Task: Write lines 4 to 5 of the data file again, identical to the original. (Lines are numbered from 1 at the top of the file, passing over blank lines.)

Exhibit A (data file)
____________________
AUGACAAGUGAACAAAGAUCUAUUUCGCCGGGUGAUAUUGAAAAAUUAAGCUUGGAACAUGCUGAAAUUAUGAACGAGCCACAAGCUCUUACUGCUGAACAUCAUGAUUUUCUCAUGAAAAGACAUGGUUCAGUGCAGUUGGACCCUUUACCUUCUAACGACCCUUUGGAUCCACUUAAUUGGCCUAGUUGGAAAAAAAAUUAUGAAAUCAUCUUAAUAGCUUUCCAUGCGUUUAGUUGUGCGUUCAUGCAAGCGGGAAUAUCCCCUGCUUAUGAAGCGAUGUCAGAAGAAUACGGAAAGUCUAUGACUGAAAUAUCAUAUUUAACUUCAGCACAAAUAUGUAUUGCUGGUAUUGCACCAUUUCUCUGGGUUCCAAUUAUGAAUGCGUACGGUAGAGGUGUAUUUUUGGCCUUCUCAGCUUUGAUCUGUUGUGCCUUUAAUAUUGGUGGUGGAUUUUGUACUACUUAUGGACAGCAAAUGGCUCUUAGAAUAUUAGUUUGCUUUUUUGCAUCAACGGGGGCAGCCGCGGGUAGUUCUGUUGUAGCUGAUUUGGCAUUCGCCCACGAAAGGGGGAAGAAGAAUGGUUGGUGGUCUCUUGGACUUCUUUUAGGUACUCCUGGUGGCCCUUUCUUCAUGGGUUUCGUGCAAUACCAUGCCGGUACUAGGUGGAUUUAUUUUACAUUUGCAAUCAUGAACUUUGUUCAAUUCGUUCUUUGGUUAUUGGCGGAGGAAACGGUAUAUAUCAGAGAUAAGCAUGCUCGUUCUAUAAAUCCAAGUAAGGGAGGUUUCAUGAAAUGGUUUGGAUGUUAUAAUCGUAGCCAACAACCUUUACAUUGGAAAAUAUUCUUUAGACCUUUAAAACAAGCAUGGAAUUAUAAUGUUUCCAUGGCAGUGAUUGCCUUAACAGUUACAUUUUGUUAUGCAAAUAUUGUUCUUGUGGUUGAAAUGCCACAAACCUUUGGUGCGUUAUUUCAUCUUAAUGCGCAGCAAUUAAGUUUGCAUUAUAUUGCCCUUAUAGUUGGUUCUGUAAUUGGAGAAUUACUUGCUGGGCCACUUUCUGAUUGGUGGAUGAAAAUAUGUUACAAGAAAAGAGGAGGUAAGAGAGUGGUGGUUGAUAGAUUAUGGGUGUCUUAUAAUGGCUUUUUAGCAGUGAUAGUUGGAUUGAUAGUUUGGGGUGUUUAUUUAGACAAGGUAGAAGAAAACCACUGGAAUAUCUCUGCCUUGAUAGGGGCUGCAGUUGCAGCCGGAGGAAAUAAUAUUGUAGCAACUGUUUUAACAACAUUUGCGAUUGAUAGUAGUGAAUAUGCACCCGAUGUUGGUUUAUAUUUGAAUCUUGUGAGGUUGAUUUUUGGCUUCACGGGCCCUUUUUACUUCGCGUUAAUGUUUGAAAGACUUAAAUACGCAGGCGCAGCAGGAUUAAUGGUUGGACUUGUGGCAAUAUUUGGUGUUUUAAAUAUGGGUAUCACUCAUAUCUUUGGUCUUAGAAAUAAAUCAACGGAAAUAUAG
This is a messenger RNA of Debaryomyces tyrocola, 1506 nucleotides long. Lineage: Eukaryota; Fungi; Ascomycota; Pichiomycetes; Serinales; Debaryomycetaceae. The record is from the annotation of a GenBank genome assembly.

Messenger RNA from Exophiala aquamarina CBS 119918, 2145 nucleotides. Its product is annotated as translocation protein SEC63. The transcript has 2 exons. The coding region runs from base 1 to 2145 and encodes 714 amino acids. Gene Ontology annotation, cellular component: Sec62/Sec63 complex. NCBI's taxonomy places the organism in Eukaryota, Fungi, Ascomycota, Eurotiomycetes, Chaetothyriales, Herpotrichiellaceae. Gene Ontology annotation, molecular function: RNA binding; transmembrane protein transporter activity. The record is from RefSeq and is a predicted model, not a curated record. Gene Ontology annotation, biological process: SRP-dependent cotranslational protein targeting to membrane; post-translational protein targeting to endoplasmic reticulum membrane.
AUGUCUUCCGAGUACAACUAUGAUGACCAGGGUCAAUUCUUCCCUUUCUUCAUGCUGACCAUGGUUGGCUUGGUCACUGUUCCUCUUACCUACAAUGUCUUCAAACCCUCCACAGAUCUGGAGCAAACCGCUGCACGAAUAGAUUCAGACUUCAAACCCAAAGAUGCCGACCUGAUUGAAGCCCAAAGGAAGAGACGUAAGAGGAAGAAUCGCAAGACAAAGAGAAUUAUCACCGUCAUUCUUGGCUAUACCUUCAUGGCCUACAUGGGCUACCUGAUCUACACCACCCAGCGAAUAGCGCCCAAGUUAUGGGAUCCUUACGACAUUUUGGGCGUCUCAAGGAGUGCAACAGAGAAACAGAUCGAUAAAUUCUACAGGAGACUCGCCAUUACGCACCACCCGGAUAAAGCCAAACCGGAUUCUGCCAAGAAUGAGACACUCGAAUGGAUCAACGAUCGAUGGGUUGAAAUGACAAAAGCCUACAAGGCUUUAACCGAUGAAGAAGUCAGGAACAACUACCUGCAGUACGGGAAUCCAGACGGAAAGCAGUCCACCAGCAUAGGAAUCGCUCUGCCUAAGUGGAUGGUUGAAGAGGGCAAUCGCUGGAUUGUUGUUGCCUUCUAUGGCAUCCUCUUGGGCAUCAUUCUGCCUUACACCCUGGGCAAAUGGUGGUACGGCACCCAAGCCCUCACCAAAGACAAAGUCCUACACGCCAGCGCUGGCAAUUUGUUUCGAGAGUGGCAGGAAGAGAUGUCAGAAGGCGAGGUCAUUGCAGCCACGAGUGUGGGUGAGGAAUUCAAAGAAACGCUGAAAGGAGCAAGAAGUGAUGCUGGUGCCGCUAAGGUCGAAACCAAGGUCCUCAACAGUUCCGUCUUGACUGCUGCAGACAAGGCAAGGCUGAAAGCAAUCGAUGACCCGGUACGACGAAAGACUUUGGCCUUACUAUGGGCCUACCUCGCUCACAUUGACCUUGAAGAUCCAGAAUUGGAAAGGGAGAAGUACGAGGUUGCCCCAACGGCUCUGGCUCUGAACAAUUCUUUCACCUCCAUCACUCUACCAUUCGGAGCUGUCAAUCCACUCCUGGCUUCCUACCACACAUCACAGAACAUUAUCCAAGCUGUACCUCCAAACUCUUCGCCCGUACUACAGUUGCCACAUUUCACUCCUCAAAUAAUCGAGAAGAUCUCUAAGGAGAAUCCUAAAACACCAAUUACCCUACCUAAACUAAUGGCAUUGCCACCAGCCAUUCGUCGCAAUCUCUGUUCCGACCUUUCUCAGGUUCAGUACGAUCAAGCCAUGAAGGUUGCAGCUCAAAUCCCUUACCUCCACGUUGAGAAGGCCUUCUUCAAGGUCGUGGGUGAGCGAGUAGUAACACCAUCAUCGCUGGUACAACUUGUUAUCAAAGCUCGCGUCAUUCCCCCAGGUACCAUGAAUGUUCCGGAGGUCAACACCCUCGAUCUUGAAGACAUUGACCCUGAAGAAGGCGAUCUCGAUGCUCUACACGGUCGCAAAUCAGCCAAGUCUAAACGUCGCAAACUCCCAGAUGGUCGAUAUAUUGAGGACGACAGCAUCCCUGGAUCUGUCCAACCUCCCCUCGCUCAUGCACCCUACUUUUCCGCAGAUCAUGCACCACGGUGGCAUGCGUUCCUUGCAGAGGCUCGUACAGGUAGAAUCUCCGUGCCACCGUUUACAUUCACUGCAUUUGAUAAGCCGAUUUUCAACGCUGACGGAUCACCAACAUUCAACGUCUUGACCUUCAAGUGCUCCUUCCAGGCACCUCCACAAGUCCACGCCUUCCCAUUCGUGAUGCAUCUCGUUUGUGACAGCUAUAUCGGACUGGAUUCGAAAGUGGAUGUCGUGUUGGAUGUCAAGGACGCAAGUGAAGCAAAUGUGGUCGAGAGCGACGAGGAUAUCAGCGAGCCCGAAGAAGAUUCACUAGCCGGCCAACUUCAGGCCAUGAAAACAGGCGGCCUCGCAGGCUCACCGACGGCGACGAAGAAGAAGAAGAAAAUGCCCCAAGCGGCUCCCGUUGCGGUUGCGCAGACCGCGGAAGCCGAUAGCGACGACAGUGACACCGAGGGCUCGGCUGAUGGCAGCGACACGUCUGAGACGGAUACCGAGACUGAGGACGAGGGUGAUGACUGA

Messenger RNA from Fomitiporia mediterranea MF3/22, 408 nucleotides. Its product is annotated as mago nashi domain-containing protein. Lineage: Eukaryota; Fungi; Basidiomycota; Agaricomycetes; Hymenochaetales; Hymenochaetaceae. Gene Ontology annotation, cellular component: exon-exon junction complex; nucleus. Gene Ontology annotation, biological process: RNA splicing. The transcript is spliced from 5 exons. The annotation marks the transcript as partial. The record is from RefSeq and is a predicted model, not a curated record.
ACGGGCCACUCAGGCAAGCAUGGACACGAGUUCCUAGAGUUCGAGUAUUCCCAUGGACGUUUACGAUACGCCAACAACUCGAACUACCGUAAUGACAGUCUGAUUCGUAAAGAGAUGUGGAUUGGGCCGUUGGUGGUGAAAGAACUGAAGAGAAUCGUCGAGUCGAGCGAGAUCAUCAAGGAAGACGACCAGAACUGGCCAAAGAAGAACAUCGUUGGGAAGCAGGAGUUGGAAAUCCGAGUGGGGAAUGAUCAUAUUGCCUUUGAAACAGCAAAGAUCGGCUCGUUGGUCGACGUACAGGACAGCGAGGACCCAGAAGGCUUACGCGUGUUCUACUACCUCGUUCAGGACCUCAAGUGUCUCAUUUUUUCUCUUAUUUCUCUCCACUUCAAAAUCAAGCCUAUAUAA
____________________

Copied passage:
AUGUCUUCCGAGUACAACUAUGAUGACCAGGGUCAAUUCUUCCCUUUCUUCAUGCUGACCAUGGUUGGCUUGGUCACUGUUCCUCUUACCUACAAUGUCUUCAAACCCUCCACAGAUCUGGAGCAAACCGCUGCACGAAUAGAUUCAGACUUCAAACCCAAAGAUGCCGACCUGAUUGAAGCCCAAAGGAAGAGACGUAAGAGGAAGAAUCGCAAGACAAAGAGAAUUAUCACCGUCAUUCUUGGCUAUACCUUCAUGGCCUACAUGGGCUACCUGAUCUACACCACCCAGCGAAUAGCGCCCAAGUUAUGGGAUCCUUACGACAUUUUGGGCGUCUCAAGGAGUGCAACAGAGAAACAGAUCGAUAAAUUCUACAGGAGACUCGCCAUUACGCACCACCCGGAUAAAGCCAAACCGGAUUCUGCCAAGAAUGAGACACUCGAAUGGAUCAACGAUCGAUGGGUUGAAAUGACAAAAGCCUACAAGGCUUUAACCGAUGAAGAAGUCAGGAACAACUACCUGCAGUACGGGAAUCCAGACGGAAAGCAGUCCACCAGCAUAGGAAUCGCUCUGCCUAAGUGGAUGGUUGAAGAGGGCAAUCGCUGGAUUGUUGUUGCCUUCUAUGGCAUCCUCUUGGGCAUCAUUCUGCCUUACACCCUGGGCAAAUGGUGGUACGGCACCCAAGCCCUCACCAAAGACAAAGUCCUACACGCCAGCGCUGGCAAUUUGUUUCGAGAGUGGCAGGAAGAGAUGUCAGAAGGCGAGGUCAUUGCAGCCACGAGUGUGGGUGAGGAAUUCAAAGAAACGCUGAAAGGAGCAAGAAGUGAUGCUGGUGCCGCUAAGGUCGAAACCAAGGUCCUCAACAGUUCCGUCUUGACUGCUGCAGACAAGGCAAGGCUGAAAGCAAUCGAUGACCCGGUACGACGAAAGACUUUGGCCUUACUAUGGGCCUACCUCGCUCACAUUGACCUUGAAGAUCCAGAAUUGGAAAGGGAGAAGUACGAGGUUGCCCCAACGGCUCUGGCUCUGAACAAUUCUUUCACCUCCAUCACUCUACCAUUCGGAGCUGUCAAUCCACUCCUGGCUUCCUACCACACAUCACAGAACAUUAUCCAAGCUGUACCUCCAAACUCUUCGCCCGUACUACAGUUGCCACAUUUCACUCCUCAAAUAAUCGAGAAGAUCUCUAAGGAGAAUCCUAAAACACCAAUUACCCUACCUAAACUAAUGGCAUUGCCACCAGCCAUUCGUCGCAAUCUCUGUUCCGACCUUUCUCAGGUUCAGUACGAUCAAGCCAUGAAGGUUGCAGCUCAAAUCCCUUACCUCCACGUUGAGAAGGCCUUCUUCAAGGUCGUGGGUGAGCGAGUAGUAACACCAUCAUCGCUGGUACAACUUGUUAUCAAAGCUCGCGUCAUUCCCCCAGGUACCAUGAAUGUUCCGGAGGUCAACACCCUCGAUCUUGAAGACAUUGACCCUGAAGAAGGCGAUCUCGAUGCUCUACACGGUCGCAAAUCAGCCAAGUCUAAACGUCGCAAACUCCCAGAUGGUCGAUAUAUUGAGGACGACAGCAUCCCUGGAUCUGUCCAACCUCCCCUCGCUCAUGCACCCUACUUUUCCGCAGAUCAUGCACCACGGUGGCAUGCGUUCCUUGCAGAGGCUCGUACAGGUAGAAUCUCCGUGCCACCGUUUACAUUCACUGCAUUUGAUAAGCCGAUUUUCAACGCUGACGGAUCACCAACAUUCAACGUCUUGACCUUCAAGUGCUCCUUCCAGGCACCUCCACAAGUCCACGCCUUCCCAUUCGUGAUGCAUCUCGUUUGUGACAGCUAUAUCGGACUGGAUUCGAAAGUGGAUGUCGUGUUGGAUGUCAAGGACGCAAGUGAAGCAAAUGUGGUCGAGAGCGACGAGGAUAUCAGCGAGCCCGAAGAAGAUUCACUAGCCGGCCAACUUCAGGCCAUGAAAACAGGCGGCCUCGCAGGCUCACCGACGGCGACGAAGAAGAAGAAGAAAAUGCCCCAAGCGGCUCCCGUUGCGGUUGCGCAGACCGCGGAAGCCGAUAGCGACGACAGUGACACCGAGGGCUCGGCUGAUGGCAGCGACACGUCUGAGACGGAUACCGAGACUGAGGACGAGGGUGAUGACUGA

Messenger RNA from Fomitiporia mediterranea MF3/22, 408 nucleotides. Its product is annotated as mago nashi domain-containing protein. Lineage: Eukaryota; Fungi; Basidiomycota; Agaricomycetes; Hymenochaetales; Hymenochaetaceae. Gene Ontology annotation, cellular component: exon-exon junction complex; nucleus. Gene Ontology annotation, biological process: RNA splicing. The transcript is spliced from 5 exons. The annotation marks the transcript as partial. The record is from RefSeq and is a predicted model, not a curated record.